Sarkozy pushes eurozone 'economic government'
Speaking at the European Parliament, French President Nicolas Sarkozy called for the creation of an "economic government" to work with the European Central Bank and help finances within the eurozone.
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Read Business editor Douglas Herbert's commentary: 'Sarkozy's economic axis of evil'
French President Nicolas Sarkozy called Tuesday for "clearly identified economic government" for the eurozone, working alongside the European Central Bank.
"It is not possible for the eurozone to continue without clearly identified economic government" Sarkozy told the European Parliament in Strasbourg.
The European Central Bank, currently the only joint institution overseeing the 15-nation eurozone, "must be independent," but the Frankfurt-based monetary body "should be able to discuss with an economic government," Sarkozy added.
Sarkozy backed the creation of sovereign wealth funds in Europe which, when coordinated, could provide an "industrial response" to the financial crisis.
"I'm asking that we think about the possibility of creating, each one of us, sovereign funds and that perhaps they could be coordinated to provide an industrial response to the crisis," he told members of the European Parliament.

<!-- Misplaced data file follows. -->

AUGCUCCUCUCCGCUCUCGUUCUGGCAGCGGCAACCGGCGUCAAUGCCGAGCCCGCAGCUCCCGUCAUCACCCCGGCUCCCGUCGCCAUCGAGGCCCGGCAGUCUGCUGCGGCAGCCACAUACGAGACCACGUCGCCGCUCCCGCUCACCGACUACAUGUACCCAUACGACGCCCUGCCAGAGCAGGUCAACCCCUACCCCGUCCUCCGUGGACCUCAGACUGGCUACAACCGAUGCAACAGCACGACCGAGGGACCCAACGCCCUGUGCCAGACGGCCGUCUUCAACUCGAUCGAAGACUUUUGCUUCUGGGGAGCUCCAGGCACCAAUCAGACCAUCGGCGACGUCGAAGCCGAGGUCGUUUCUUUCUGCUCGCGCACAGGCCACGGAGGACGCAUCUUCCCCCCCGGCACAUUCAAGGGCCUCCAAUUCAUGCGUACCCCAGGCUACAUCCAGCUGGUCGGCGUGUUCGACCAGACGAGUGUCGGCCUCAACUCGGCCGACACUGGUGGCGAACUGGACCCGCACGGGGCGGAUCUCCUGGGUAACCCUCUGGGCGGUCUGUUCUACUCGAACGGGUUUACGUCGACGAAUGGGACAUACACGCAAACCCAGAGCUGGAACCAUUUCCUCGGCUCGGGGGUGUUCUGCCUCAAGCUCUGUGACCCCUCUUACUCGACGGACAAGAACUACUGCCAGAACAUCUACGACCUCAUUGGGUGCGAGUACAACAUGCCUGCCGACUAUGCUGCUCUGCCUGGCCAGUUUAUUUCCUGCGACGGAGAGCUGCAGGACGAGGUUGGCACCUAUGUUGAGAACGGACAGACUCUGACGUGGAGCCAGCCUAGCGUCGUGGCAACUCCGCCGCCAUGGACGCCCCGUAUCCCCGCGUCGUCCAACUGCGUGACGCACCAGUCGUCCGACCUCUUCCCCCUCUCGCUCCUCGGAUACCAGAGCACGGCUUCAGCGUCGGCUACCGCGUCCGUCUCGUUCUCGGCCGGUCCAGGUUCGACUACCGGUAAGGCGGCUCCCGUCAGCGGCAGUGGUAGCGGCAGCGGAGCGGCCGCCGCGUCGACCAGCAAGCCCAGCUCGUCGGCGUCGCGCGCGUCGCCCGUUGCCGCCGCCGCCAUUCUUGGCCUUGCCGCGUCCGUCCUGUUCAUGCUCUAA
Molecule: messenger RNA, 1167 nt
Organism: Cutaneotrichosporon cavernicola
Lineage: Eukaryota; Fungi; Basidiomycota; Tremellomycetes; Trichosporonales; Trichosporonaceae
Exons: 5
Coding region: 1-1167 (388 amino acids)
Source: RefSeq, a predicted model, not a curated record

Sovereign wealth funds are investment vehicles typically controlled by hydrocarbon-rich countries like Russia or Gulf nations with trillions of dollars at their disposal ready to invest abroad.
The funds, which are generally defined as state-controlled investment vehicles, have been around since the early 1950s but their ranks have swollen in recent years.
However, their rise has been accompanied by fears in some European countries and Washington that the governments which control sovereign wealth funds could use them to advance their political and strategic aims.
"I am well aware of disagreements among certain countries" on this subject, Sarkozy said, "but I cannot imagine being told that a united European response was needed for the financial crisis, but not for the economic crisis."
Sarkozy, whose country holds the European Union's rotating presidency, said it was important for the 27-nation bloc to coordinate economic policy as it responds to the crisis.
"Our duty is that in Europe we can continue to build ships, aircraft, cars," he said.
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